We are interested in models based on Markov Decision Process (MDP) and can be used to

infer/learn utility (or reward) functions of road users without the need for path generation. In the

transportation modeling literature, such models are referred to Markovian route choice models,

which are firstly introduced by Fosgerau et al. (2013). These route choice models, interestingly,

share many similarities with maximum entropy inverse reinforcement learning (ME-IRL) models in

the machine learning literature (Ziebart et al., 2008).

In this project, we aim at investigating further the use of ME-IRL models to predict route choice

behavior. More precisely, most of the studies in the context are based on linear-in-parameters

utility functions. Nevertheless, some recent studies show nonlinear utilities may lead in better

prediction performance. So, one of the interesting directions is to use some deep neutral networks

to model the utility functions. This could be also interesting to see whether the nested structure

(Mai et al. 2015) would be useful to improve ME-IRL models.

Python.

FM_SMURF_Summer 2019_ 4

Research Projects in the SMART FM IRG

(December 4, 2018)

Goals: The main goal is to implement and evaluate the prediction performance of ME-IRL

models with different choices of nonlinear utility functions resulted from deep neutral

networks. Another goal is to apply the proposed route choice models to real data sets

collected in Singapore. We also aim at providing packages for the estimation/training of

large-scale route choice models for other researchers and practitioners.

References:

Fosgerau, M., Frejinger, E., and Karlstrom, A. A link based network route choice model with

unrestricted choice set. Transportation Research Part B, 56:70–80, 2013a.

Ziebart, Brian D., et al. "Maximum Entropy Inverse Reinforcement Learning." AAAI. Vol. 8. 2008.

Mai, T., Fosgerau, M., & Frejinger, E. (2015). A nested recursive logit model for route choice

analysis. Transportation Research Part B: Methodological, 75, 100-112.

Wulfmeier, M., Ondruska, P., & Posner, I. (2015). Maximum entropy deep inverse reinforcement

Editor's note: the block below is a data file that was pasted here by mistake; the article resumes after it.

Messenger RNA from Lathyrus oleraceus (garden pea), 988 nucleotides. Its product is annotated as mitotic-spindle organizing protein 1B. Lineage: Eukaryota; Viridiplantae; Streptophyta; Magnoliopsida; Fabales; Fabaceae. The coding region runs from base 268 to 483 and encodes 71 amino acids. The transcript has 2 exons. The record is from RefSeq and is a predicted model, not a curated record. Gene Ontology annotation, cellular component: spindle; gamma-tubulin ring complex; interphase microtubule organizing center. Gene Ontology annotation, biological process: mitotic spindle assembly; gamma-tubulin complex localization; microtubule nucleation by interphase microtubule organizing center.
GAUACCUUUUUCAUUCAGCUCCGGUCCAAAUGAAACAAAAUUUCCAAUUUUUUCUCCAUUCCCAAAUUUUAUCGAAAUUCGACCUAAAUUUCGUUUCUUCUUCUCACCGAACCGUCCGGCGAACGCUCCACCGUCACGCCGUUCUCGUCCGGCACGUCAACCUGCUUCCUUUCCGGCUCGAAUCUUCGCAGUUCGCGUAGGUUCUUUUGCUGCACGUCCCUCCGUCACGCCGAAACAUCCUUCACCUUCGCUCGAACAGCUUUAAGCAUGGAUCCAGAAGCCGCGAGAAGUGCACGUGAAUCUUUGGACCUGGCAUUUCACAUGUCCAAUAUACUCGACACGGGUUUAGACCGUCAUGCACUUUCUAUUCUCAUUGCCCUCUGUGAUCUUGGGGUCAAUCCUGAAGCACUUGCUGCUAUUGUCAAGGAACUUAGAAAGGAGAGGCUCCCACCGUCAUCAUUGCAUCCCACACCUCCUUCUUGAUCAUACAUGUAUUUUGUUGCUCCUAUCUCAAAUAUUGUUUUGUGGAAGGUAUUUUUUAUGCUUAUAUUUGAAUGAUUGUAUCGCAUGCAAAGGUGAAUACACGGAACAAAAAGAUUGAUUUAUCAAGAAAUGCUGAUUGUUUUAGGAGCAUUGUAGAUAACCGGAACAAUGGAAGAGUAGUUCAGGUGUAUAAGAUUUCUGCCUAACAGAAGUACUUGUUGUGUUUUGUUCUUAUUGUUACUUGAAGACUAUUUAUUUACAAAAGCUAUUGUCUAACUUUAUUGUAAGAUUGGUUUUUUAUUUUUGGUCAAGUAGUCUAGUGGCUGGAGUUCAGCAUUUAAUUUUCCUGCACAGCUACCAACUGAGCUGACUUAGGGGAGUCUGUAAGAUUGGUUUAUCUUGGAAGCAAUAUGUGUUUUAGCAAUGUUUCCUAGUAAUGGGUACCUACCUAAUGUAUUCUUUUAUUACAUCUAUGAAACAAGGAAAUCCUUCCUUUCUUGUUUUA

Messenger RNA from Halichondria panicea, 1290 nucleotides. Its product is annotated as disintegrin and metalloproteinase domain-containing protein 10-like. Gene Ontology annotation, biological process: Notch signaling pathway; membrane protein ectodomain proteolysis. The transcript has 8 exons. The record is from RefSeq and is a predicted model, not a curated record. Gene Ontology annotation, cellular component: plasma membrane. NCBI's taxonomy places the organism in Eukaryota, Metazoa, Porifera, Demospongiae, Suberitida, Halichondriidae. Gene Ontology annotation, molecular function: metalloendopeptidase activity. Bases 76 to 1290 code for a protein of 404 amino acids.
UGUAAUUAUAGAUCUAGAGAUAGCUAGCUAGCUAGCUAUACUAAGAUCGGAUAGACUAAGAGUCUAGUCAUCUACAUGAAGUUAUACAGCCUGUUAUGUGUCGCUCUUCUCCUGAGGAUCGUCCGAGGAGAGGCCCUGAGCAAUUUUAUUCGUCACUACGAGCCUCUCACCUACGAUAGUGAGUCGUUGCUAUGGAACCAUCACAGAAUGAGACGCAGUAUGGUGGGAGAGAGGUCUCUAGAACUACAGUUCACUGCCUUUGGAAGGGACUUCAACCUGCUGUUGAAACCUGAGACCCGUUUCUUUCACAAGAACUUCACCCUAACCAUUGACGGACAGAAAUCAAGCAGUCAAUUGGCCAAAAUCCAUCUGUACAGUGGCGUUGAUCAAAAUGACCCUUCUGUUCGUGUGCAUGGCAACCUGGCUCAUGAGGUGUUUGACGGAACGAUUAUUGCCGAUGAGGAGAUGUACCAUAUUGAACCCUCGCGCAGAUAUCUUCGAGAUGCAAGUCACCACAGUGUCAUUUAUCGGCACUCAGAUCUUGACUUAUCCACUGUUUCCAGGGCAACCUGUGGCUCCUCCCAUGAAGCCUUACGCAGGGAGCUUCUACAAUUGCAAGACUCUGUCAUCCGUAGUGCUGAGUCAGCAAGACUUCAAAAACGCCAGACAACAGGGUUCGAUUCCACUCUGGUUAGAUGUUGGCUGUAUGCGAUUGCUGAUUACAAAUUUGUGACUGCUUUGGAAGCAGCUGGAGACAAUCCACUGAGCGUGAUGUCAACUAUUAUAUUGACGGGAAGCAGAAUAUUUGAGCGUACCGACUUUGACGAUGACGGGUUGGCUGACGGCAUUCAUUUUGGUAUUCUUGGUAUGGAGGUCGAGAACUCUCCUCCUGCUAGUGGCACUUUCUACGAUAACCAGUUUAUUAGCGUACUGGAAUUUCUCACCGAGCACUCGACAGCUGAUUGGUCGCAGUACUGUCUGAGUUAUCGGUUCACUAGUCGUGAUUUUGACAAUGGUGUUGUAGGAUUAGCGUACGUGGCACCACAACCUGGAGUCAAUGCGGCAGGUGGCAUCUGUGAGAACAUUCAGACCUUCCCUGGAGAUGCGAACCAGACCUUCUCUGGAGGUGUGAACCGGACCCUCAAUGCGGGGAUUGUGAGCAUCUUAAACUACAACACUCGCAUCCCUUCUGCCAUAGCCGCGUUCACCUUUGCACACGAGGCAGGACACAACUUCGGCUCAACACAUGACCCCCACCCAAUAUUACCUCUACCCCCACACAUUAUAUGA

learning. arXiv preprint arXiv:1507.04888.

6. Project Title: Competitive facility location under general random utility models

Mentor: Ahn Tien MAI

Email Address: mai.tien@smart.mit.edu

Overview: This project concerns the facility location problem in a competitive market,

which has been receiving a growing attention in the last decade due to its

appealing properties and applications. The problem concerns how to locate new facilities

in a competitive market such that the captured demand of users is maximized, assuming

that each individual chooses among all available facilities according to a random utility

maximization model (i.e., discrete choice model). In this problem, two aspects are taken

into account, namely, the demand of customers and the competitors in the market. For the

latter, the firms that would like to locate new facilities have to compete for their market

share.

a probabilistic model, i.e., a model that can assign a probability distribution over available

facilities. The random utility maximization is convenient to use in the context. Under this

framework, a random utility is associated with each facility, and a customer is assumed to

choose a facility by maximizing his/her utilities. This way of modeling customers’ behavior

allows to compute the probability that a customer chooses a facility versus other facilities

in the network. Thus, the facility location problem can be described as follows: How to

locate facilities in a competitive market such that the expected market share captured by

the new facilities is maximized (so the problem is also called as the “maximum

capture” problem).

FM_SMURF_Summer 2019_ 5

Research Projects in the SMART FM IRG

(December 4, 2018)